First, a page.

bypass valve is adjusted to control the column pressure there is an
inverse response which can cause instability. Controlling the reflux
drum pressure by adjusting the bypass appears to be more satisfactory.

5.5 Reboiler Control

Reboilers can be classified into two groups depending on whether the


mechanism for transfer of heat to the column is natural or forced
circulation. The different physical construction or heat sources can affect
control.

Figure 16 shows an example of natural circulation where the reboiler tube


bundle is immersed in liquid either in a kettle exterior to the column or

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internally. In either case the heating medium may be steam or liquid within
the tubes. Both achieve 100% vaporization.

FIGURE 16 INSERTING A TUBE BUNDLE EITHER (a) DIRECTLY IN THE


COLUMN BASE OR (b) IN AN EXTERNALLY MOUNTED
KETTLE

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Natural circulation or "thermosyphon" reboilers may be mounted either
horizontally or vertically. Vertical thermosyphon reboilers are used
primarily in the chemical industry and are typically steam heated (see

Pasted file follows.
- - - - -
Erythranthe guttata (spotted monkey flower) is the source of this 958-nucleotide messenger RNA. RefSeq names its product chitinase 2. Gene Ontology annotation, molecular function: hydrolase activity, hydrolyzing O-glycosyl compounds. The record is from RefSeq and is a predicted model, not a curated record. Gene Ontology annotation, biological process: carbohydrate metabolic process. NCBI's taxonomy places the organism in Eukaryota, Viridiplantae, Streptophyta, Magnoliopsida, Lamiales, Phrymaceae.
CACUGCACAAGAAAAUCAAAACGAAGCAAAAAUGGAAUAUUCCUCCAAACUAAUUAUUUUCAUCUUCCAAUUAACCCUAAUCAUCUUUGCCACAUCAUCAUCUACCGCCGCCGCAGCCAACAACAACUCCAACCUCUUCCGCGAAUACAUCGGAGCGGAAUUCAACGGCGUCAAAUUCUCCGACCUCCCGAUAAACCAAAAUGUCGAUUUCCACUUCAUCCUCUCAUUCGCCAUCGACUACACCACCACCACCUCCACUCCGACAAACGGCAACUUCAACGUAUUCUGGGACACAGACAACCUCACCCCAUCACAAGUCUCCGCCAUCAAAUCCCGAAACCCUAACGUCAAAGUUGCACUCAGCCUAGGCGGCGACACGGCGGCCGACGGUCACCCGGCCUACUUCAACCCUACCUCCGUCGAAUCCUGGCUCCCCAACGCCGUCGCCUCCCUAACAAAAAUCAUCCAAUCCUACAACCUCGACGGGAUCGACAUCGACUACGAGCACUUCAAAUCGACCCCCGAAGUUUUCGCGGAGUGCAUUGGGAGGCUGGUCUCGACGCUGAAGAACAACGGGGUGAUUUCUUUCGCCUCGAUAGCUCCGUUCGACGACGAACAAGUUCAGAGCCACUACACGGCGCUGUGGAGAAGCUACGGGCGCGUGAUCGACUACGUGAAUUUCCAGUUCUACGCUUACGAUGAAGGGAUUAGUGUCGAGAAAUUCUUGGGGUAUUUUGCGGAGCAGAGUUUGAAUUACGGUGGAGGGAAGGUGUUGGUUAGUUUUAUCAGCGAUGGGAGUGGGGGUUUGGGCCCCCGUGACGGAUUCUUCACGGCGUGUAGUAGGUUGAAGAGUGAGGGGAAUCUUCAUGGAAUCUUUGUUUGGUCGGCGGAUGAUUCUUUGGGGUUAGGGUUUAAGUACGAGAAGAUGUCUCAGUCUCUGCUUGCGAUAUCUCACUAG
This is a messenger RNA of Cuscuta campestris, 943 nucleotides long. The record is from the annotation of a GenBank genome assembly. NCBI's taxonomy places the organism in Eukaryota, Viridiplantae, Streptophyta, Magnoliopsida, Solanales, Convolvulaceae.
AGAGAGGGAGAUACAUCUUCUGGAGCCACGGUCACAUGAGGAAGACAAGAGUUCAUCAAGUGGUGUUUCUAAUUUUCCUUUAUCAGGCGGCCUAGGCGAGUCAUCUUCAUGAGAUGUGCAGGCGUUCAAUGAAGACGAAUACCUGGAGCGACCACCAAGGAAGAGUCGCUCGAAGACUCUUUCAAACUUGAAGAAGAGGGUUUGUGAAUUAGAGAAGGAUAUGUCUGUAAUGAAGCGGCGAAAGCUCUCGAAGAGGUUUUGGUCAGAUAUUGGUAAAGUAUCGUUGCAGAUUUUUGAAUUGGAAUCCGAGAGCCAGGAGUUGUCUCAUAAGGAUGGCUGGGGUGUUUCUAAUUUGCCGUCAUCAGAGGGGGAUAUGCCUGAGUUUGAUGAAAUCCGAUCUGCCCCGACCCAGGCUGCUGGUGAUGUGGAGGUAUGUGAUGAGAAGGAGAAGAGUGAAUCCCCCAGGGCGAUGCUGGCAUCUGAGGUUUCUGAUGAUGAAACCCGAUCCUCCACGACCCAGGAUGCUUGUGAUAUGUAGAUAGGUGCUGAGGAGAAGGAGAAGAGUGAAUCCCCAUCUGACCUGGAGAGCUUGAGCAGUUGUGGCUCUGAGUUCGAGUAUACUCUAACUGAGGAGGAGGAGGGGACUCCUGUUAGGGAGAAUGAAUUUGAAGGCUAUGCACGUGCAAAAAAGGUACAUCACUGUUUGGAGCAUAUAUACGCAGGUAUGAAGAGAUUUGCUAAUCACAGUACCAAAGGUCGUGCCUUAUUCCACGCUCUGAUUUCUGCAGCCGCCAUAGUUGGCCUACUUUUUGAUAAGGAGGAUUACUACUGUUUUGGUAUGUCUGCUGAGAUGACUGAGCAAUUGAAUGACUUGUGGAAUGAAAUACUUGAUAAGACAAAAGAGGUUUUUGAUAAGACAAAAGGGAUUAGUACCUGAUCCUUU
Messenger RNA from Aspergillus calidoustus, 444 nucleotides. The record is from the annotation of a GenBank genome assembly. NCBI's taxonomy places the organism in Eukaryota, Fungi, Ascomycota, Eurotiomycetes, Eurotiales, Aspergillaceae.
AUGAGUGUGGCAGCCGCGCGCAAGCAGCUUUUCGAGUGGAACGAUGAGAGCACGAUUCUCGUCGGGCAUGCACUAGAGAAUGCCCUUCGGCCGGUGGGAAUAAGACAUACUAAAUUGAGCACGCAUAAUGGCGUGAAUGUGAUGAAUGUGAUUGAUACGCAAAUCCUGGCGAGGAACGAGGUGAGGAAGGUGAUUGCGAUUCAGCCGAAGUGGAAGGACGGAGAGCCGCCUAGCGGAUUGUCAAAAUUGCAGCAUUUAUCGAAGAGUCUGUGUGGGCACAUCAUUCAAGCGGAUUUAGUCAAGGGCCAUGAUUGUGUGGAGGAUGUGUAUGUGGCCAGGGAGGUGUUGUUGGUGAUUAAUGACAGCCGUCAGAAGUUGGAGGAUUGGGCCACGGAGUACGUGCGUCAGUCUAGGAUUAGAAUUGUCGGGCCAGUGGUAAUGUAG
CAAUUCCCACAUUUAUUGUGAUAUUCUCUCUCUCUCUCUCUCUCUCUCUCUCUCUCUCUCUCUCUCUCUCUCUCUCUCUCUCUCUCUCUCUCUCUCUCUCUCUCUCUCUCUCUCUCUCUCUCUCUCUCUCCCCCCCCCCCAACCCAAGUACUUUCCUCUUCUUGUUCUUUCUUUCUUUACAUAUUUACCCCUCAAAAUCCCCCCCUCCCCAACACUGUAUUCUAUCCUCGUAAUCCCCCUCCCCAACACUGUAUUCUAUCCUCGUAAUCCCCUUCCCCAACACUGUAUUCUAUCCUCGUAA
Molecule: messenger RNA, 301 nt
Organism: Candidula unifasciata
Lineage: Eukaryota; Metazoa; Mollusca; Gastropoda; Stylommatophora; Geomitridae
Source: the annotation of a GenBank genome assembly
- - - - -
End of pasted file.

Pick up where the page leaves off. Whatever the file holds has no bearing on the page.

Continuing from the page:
Figure 17(a). Horizontal thermosyphon reboilers are more common in
petroleum refining or similar operations in the chemical industry. They are
usually heated with circulating oil, see Figure 17(b).

Forced circulation is used with vacuum distillation or when the heat input
is obtained from oil or gas furnaces.

FIGURE 17 ALTERNATIVE ARRANGEMENTS OF THERMOSYPHON


REBOILERS

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5.5.1 Steam Reboilers

Steam is the most common vapor used for heating. In some low
temperature applications a refrigerant is used. Superheated steam is a
relatively poor heat transfer medium, as are most gases. Saturated steam
is an excellent medium because of good heat transfer and a high latent
heat of vaporization. The boil-up rate may be controlled either by steam
flow or shell pressure. The steam flow measurement is usually made
upstream of the control valve where the pressure is normally constant.

The steam rate to the reboiler may be controlled either by a valve in the steam
line or in the condensate off-take. With the control valve on the inlet to the
reboiler, the saturation pressure in the shell varies with heat load. Since the heat
is being transferred between a condensing and a boiling fluid, neither changes
temperature greatly in the process. A steam trap or similar condensate seal is
necessary to drain condensate without releasing steam.

If pressure rather than flow is controlled, the boil-up automatically increases if the
process fluid boiling point falls. This action compensates correctly for changes in
bottom product composition but not for changes in column pressure. However,
the rate of boil-up is not linear with steam pressure nor is steam pressure zero at
zero boil-up. For these reasons, steam flow control is preferred to pressure
control to establish and maintain boil-up rate, prevent flooding
and control product quality.